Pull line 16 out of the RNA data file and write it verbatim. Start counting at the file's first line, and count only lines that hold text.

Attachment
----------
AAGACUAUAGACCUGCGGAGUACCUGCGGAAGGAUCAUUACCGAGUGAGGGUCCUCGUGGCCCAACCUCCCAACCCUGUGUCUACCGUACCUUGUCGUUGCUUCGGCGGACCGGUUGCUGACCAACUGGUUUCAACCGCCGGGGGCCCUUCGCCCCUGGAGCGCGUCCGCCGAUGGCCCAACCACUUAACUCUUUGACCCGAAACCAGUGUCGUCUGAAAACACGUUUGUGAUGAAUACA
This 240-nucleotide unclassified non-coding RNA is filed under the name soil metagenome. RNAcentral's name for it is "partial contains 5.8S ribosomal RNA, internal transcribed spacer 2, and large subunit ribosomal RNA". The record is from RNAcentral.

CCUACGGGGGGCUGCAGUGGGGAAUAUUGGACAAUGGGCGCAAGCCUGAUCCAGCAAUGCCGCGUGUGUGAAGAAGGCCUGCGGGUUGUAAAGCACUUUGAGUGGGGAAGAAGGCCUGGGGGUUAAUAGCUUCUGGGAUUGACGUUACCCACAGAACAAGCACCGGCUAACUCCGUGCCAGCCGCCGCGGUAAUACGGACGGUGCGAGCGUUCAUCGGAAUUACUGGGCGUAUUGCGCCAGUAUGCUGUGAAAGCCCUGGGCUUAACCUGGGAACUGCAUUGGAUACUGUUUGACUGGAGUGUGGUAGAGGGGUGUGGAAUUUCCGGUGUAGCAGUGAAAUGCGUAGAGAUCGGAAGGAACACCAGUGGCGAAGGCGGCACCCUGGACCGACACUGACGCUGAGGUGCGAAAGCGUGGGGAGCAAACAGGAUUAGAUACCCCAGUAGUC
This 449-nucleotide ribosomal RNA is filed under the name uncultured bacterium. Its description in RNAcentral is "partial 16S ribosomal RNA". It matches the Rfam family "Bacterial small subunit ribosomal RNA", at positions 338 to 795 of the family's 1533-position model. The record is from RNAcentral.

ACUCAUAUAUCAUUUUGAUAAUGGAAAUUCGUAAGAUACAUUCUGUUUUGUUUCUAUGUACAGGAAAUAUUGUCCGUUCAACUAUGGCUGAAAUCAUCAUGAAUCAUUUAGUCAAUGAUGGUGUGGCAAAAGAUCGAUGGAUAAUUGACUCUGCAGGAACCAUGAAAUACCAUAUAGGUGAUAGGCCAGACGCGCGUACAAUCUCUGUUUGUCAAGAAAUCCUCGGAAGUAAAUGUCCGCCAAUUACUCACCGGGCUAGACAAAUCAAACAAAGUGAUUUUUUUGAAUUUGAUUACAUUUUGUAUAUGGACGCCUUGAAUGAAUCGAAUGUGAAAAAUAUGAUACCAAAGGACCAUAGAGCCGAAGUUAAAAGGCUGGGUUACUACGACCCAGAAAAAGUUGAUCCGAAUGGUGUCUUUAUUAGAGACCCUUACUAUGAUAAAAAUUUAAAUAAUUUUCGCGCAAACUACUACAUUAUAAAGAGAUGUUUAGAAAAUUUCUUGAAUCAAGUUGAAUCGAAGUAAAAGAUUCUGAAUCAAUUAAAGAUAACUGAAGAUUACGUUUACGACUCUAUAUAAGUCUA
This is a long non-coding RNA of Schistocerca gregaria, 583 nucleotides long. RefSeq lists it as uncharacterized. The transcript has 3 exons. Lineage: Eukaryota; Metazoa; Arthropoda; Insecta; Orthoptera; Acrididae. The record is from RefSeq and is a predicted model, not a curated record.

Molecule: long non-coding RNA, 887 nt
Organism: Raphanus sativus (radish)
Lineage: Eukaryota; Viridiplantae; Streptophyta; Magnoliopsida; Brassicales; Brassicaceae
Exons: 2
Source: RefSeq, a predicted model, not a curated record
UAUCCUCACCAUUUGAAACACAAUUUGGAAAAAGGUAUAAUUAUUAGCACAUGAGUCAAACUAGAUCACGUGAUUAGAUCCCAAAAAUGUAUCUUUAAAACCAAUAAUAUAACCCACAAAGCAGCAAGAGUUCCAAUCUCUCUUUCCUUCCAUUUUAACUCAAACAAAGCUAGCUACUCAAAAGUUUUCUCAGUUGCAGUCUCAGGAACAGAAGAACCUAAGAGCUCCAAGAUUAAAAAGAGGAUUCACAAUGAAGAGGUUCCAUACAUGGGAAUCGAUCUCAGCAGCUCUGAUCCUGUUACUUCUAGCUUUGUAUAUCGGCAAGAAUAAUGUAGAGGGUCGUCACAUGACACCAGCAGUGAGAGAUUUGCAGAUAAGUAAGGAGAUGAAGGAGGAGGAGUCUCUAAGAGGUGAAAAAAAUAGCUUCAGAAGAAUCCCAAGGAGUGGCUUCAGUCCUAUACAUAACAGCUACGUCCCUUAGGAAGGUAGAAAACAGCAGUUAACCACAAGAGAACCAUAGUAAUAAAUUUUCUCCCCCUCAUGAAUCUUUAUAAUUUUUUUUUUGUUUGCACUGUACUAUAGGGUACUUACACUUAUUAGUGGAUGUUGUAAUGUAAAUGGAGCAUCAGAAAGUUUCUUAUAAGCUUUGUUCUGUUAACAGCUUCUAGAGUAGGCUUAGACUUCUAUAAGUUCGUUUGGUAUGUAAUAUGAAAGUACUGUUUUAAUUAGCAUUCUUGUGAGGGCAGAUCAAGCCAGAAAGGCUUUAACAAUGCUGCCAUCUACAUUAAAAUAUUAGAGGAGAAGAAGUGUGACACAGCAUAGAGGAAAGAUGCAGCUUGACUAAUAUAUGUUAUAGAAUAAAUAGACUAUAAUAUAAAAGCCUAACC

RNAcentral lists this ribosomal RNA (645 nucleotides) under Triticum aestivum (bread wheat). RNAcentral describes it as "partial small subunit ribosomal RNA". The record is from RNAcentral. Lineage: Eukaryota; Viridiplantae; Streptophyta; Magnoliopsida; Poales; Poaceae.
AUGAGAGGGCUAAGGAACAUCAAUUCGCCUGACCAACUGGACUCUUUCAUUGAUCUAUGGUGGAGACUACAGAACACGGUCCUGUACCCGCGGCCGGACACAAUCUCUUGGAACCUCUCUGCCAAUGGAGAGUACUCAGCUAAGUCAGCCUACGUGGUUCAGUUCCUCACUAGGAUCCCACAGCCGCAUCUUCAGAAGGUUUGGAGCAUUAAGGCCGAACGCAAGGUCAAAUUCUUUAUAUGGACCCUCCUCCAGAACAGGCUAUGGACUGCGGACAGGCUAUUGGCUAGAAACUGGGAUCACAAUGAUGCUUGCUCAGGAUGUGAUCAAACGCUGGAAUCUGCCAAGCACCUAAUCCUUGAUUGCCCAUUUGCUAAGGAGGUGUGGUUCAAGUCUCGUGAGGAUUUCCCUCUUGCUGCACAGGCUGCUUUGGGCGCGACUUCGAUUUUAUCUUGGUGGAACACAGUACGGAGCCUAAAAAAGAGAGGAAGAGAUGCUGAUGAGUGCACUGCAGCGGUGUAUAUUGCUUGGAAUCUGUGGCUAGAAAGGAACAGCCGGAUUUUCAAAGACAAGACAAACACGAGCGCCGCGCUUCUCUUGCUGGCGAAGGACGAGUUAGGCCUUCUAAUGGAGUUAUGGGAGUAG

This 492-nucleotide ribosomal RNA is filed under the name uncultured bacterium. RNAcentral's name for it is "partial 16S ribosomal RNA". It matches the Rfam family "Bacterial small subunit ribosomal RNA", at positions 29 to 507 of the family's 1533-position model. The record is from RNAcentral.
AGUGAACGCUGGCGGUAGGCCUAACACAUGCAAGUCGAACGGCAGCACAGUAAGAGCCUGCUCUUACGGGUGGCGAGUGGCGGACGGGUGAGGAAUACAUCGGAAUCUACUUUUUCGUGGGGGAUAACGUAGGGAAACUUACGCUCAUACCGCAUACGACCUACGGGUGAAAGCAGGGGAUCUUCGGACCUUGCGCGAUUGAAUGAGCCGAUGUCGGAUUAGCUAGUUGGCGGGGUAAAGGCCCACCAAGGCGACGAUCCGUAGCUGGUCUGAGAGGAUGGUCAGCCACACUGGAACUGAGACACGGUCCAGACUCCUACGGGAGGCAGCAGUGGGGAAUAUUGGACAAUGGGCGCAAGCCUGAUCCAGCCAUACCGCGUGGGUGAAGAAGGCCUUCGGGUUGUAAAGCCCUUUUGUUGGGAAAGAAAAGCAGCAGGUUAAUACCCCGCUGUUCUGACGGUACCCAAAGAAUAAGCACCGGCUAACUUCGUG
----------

AGUGAACGCUGGCGGUAGGCCUAACACAUGCAAGUCGAACGGCAGCACAGUAAGAGCCUGCUCUUACGGGUGGCGAGUGGCGGACGGGUGAGGAAUACAUCGGAAUCUACUUUUUCGUGGGGGAUAACGUAGGGAAACUUACGCUCAUACCGCAUACGACCUACGGGUGAAAGCAGGGGAUCUUCGGACCUUGCGCGAUUGAAUGAGCCGAUGUCGGAUUAGCUAGUUGGCGGGGUAAAGGCCCACCAAGGCGACGAUCCGUAGCUGGUCUGAGAGGAUGGUCAGCCACACUGGAACUGAGACACGGUCCAGACUCCUACGGGAGGCAGCAGUGGGGAAUAUUGGACAAUGGGCGCAAGCCUGAUCCAGCCAUACCGCGUGGGUGAAGAAGGCCUUCGGGUUGUAAAGCCCUUUUGUUGGGAAAGAAAAGCAGCAGGUUAAUACCCCGCUGUUCUGACGGUACCCAAAGAAUAAGCACCGGCUAACUUCGUG